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Polycarbonate 3D Printing

The strong mechanical properties of polycarbonate make it useful for a variety of applications and have led to its frequent use in many industries. It is most recognized for its use as food containers and bulletproof glass.

In this article, we’ll discuss what polycarbonate is, its common applications, the challenges to manufacturing and 3D printing polycarbonate, and possible alternative materials. 

What is Polycarbonate?

Polycarbonate is an amorphous thermoplastic that is widely used because of its high-performance mechanical properties that surpass many other thermoplastic materials. These properties include:

  • High tensile strength & flexural strength
  • High heat resistance
  • Flame retardant
  • High impact resistance
  • Lightweight
  • Good insulation
  • BPA-free grades available
  • Optical clarity similar to glass (can be made to be colored, translucent, or clear)

While it possesses many excellent properties, polycarbonate has some drawbacks as well. It is hygroscopic, so it must be stored in a dry, airtight container to avoid absorbing moisture from the air. If exposed to water, it may lead to hydrolysis, which means the bonds of the material’s molecules will weaken. This can degrade the strength of the material, and polycarbonate may release Bisphenol A (BPA), a chemical that can be harmful in large amounts. Polycarbonate can also be hard to manufacture because it may easily warp and has a high glass transition temperature of 302°F, meaning that temperatures must be kept high during production to ensure proper melting and maintained to prevent distortion. 

Still, these problems are outweighed by polycarbonates’s advantages, which is why it is widely used across many industries. The primary industries where polycarbonate is used include electrical, automotive, safety, construction, and consumer goods.

Electrical & Automotive

Due to excellent flame retardancy and heat resistance, as well as being lightweight and a great insulator, polycarbonate is safe for applications in the electrical and automotive industries, including electrical housings and fixtures. A common use for vehicles is headlights. However, polycarbonate used for vehicles must be coated to prevent yellowing from prolonged exposure to UV light and protect from common automotive and environmental fluid contact. This coating also helps reduce the possibility of scratches because polycarbonate has a very low scratch resistance.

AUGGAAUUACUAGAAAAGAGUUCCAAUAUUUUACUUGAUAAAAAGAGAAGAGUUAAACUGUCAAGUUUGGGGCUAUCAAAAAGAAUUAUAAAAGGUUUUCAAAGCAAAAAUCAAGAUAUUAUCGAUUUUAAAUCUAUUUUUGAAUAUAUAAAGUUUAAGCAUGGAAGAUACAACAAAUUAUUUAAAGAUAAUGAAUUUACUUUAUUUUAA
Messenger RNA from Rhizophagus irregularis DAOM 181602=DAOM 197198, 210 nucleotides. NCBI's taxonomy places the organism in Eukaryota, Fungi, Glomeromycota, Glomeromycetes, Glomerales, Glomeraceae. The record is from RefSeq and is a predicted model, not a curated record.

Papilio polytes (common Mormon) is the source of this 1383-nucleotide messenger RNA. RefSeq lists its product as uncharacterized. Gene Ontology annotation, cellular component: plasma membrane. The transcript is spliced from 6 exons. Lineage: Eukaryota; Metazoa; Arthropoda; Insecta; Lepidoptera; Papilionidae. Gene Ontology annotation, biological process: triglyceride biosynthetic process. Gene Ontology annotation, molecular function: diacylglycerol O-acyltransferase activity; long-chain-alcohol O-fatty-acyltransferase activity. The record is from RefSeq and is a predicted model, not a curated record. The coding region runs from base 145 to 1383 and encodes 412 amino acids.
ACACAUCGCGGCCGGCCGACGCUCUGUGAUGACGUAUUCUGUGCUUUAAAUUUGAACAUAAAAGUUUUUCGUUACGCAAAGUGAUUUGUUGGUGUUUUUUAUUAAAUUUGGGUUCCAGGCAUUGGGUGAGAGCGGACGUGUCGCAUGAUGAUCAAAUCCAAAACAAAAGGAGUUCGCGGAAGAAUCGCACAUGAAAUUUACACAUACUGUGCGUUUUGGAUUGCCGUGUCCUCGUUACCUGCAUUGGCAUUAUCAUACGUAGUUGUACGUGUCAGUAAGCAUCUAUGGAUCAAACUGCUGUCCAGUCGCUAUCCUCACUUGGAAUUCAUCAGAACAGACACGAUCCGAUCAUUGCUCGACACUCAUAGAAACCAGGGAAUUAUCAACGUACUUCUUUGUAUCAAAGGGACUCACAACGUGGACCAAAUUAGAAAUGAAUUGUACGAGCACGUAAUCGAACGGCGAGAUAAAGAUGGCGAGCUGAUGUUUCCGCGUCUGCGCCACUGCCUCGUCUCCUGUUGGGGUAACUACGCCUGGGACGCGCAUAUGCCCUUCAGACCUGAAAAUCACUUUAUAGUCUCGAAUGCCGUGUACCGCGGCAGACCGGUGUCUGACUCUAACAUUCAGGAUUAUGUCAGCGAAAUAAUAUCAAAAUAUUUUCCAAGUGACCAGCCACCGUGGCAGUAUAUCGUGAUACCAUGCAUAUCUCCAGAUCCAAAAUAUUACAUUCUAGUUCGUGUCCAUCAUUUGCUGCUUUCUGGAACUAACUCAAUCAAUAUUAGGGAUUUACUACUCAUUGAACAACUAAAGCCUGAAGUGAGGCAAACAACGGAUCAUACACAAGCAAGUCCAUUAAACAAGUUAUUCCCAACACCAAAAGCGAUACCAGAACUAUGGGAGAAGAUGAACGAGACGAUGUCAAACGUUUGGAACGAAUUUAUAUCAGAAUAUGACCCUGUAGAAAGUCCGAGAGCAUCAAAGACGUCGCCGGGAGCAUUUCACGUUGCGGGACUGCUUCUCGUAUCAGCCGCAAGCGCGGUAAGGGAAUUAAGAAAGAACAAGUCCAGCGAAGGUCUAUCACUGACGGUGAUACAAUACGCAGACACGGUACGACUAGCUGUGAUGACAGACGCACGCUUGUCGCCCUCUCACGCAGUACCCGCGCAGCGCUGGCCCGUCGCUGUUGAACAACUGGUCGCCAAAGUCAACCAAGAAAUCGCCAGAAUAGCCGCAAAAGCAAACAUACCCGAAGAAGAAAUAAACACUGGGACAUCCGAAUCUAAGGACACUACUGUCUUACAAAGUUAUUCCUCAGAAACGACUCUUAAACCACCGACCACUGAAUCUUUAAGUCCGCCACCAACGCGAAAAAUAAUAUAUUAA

Safety & Construction

Polycarbonate can be clear and does not shatter like regular glass or plexiglass, making it ideal for protective applications. It most often finds use in the safety and construction industries as safety goggles and windows. 

Consumer Goods

Although polycarbonate may release BPA, it is commonly used for water bottles, food containers, and other culinary items. Sometimes, BPA-free grades of polycarbonate are used for this purpose, as is PC-ISO, which is certified for biocompatible use in the medical field. The slight flex and optical clarity of polycarbonate also finds use as sunglasses and phone cases. Many data storage devices, such as CDs, DVDs, and Blu-Ray discs, are made from polycarbonate as well. 

Manufacturing with PC

Polycarbonate is most often mass-produced via traditional manufacturing methods, such as machining and injection molding. These methods involve expensive tooling costs but are great for quick, high volume productions.  

When machining polycarbonate, it is important that sharp tools and sufficient coolant are used to prevent cracks and heat build up in the part. Post-processing care is especially important because polycarbonate may be susceptible to cracks if not properly annealed after machining. Most machined polycarbonate parts will not be fully transparent upon completion and will need the surface finished with either buffing, vapor smoothing, or manual polishing. Erasing the microscopic marks from the tooling will restore the material’s transparency. 

Injection molding polycarbonate also requires certain care to achieve satisfactory parts. Polycarbonate has a high viscosity and, as such, may have trouble filling the entire mold if the part is large or has thin walls. To compensate for this, a higher injection pressure must be used. While there are grades of polycarbonate available that have a lower viscosity, these will produce weaker parts. Another factor to keep in mind is that polycarbonate is likely to warp and cannot be allowed to cool prematurely, so the mold should be kept at a constant temperature.